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My Moms' Most Significant Memory; Narrative on a significant memory


acharrell 2 / 3  
Feb 25, 2013   #1
My Moms' Most Significant Memory

I asked my mom about her most significant memory, of course it was about her children. Tonya said that each kid has brought new meaning into her life, another reason to carry out each day, another thing to love, and another friend. Each kid is special in his or her own way, different levels of patience and personality. My mom said she has learned so much more than she would have ever thought to have learned from her kids like, endurance, value of life, laughter, true love, the simple things in life, and to never take a day for granted. She learned to never take a day for granted when her son almost died in a car wreck. The car was totaled and they had to use the jaws of life to retrieve William, if he wouldn't have been in her car there was a possibility that he could not have survived the car crash, this is why Tonya never takes a day for granted. Her oldest son, Robert, has taught her to never judge a person by their looks, she says that Robert has never been judgemental toward anyone or anything. Robert came home with a tattoo one day and Tonya was extremely upset with him, but after a while, it doesn't matter about what they look like, it's about their personality and who they truly are on the inside. Her second oldest, James, has taught her patience, something that he himself needs to learn. James is a minature father to his younger sister and is a spitting image of his own father. His father is just as impatient as James and you have to have patience with an impatient person. Her second youngest, Samuel, has taught her the simple things in life. Samuel everyday goes to his woodshop for three or so hours to just enjoy life and to get away from everything going on in the world. Her youngest and only daughter, Ann Caroline, has taught her to just smile and laugh at the mistakes in life. Ann Caroline has always been so full of life and laughter, she is easy going and always cheerful. All five of her kids have taught her the meaning of true love and how to look through each kids perspective and to never judge.

I want to know if this sounds ok and if i should add or take away words or if i should change anything.
gudxo2014 - / 4 1  
Feb 25, 2013   #2
I did best job as possible,
hope you got good grade
My advision might be wrong

I asked my mom about her most significant memory, of course it was about her children. Tonya said that each kid has brought new meaning into her life, another reason to carry out each day, another thing to love, and another friend. Each kid is special in his or her own way, different levels of patience and personality. My mom said she has learned so much more than she would have ever thought to have learned from her kids like, endurance, value of life, laughter, true love, the simple things in life, andto never take[The infinitive verb "to " has been split by the modifier "never"]a day for granted[verb tense, verb tenses are in the proper sequence, particularly if the independent clause is in the past tense. ]. She learned to never take[The infinitive verb "to " has been split by the modifier "never" ] a day for granted when her son almost died in a car wreck. The car was totaled[passive voice; change it] ,and they had to use the jaws of life to retrieve William, if he wouldn't have been in her car[ squinting modifiers , Make sure it is clear which clause is being modified by this word] there was a possibility that he could not have survived the car crash, this is why[wordiness; choose another word] Tonya never takes a day for granted. Her oldest son, Robert, has taught her to never judge[split infinitives; check again] a person by their looks, she says that Robert has never been judgmental toward anyone or anything. Robert came home with a tattoo one day, and Tonya was extremely upset with him, but after a while, it doesn't matter about what they look like, it's about their personality and who they truly are on the inside. Her second oldest, James, has taught her patience, something that hehimself needs to learn. James is a miniature father to his younger sister and is a spitting image of his own father. [and] His father is just as impatient as James and you have to have patience with an impatient person. Her second youngest, Samuel, has taught her the simple things in life. Samuel everyday goes to his woodshop for three or so hours to just enjoy[split infinitive; check again ]life and to get away from everything going on in the world. Her youngest and only daughter, Ann Caroline,has taught ][ use have or had] her to just smile and laugh at the mistakes in life. Ann Caroline has always been so full of life and laughter, [ ; ] she is easy going and always cheerful. All five of her kids have taught her the meaning of true love and how to look through each kids perspective and to never judge [ The quantifier "each" may not be used properly in this sentence. Consider changing the noun to the singular, or using a different adjective with the plural noun ]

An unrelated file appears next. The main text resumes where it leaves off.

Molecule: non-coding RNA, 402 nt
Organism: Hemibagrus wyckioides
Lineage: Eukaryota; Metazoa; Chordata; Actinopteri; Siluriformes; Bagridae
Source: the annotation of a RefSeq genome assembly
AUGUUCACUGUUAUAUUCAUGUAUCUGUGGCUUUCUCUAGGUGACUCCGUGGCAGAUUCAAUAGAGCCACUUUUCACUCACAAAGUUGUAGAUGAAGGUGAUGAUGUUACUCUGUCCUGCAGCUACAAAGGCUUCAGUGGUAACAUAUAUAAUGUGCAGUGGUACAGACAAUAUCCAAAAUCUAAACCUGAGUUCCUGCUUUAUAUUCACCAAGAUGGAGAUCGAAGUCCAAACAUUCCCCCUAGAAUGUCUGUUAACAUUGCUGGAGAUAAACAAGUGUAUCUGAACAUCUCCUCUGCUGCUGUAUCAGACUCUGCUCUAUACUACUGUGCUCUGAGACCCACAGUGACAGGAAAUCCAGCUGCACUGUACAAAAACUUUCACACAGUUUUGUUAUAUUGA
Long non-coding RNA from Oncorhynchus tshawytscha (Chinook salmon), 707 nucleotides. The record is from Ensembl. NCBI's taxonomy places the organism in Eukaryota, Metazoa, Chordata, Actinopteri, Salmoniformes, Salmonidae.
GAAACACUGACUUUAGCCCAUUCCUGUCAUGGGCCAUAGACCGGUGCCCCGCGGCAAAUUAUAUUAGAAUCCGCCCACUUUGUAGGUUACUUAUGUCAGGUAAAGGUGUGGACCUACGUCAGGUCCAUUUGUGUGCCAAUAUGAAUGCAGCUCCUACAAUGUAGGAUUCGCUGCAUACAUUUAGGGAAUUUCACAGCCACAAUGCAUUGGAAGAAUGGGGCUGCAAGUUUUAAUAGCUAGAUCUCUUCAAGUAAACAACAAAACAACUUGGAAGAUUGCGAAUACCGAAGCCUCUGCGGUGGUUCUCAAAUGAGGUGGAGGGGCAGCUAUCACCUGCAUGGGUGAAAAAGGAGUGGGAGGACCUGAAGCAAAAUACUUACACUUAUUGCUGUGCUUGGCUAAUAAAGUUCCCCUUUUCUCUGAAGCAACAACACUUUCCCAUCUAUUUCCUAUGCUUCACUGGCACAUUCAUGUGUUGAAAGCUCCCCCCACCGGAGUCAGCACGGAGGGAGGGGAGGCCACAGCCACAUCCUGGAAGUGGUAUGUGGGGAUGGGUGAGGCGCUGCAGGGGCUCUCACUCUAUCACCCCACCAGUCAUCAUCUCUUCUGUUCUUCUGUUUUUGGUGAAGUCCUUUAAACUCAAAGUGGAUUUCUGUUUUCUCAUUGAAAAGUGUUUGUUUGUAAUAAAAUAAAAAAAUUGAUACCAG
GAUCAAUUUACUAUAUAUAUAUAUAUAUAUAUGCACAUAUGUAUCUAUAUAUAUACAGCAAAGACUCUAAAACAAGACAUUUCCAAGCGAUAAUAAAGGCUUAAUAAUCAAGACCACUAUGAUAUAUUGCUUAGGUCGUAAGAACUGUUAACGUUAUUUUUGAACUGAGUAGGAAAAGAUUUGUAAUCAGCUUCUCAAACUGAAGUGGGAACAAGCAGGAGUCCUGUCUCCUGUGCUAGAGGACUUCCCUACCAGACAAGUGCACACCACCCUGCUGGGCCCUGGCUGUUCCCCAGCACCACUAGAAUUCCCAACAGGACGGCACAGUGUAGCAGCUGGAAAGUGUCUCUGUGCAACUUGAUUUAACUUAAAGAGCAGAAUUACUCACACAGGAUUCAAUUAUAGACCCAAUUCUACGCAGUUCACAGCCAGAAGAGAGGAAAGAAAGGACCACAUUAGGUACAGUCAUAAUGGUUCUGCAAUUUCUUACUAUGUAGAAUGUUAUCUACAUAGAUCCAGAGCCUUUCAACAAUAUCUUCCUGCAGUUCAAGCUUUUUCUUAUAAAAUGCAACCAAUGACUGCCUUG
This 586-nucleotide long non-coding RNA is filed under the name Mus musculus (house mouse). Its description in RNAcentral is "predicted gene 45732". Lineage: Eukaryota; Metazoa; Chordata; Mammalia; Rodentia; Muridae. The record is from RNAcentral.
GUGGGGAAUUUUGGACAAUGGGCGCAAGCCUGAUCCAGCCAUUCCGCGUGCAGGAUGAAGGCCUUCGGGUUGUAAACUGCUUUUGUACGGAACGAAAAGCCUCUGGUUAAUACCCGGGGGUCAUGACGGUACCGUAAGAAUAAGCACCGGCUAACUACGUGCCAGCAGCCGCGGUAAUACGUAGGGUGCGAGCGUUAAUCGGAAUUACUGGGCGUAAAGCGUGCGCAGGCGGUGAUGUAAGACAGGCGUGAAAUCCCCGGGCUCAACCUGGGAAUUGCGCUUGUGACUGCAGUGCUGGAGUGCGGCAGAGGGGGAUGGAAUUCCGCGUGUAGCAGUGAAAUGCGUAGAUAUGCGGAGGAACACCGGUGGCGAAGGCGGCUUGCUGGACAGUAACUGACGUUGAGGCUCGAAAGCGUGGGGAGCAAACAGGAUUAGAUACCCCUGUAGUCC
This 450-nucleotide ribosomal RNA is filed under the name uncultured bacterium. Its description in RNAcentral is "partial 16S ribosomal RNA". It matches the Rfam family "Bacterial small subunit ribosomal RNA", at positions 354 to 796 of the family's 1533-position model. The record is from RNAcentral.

OP acharrell 2 / 3  
Feb 25, 2013   #3
In the essay do I say she learned too much? And for possession, do I say Tonya's or Tonyas'?


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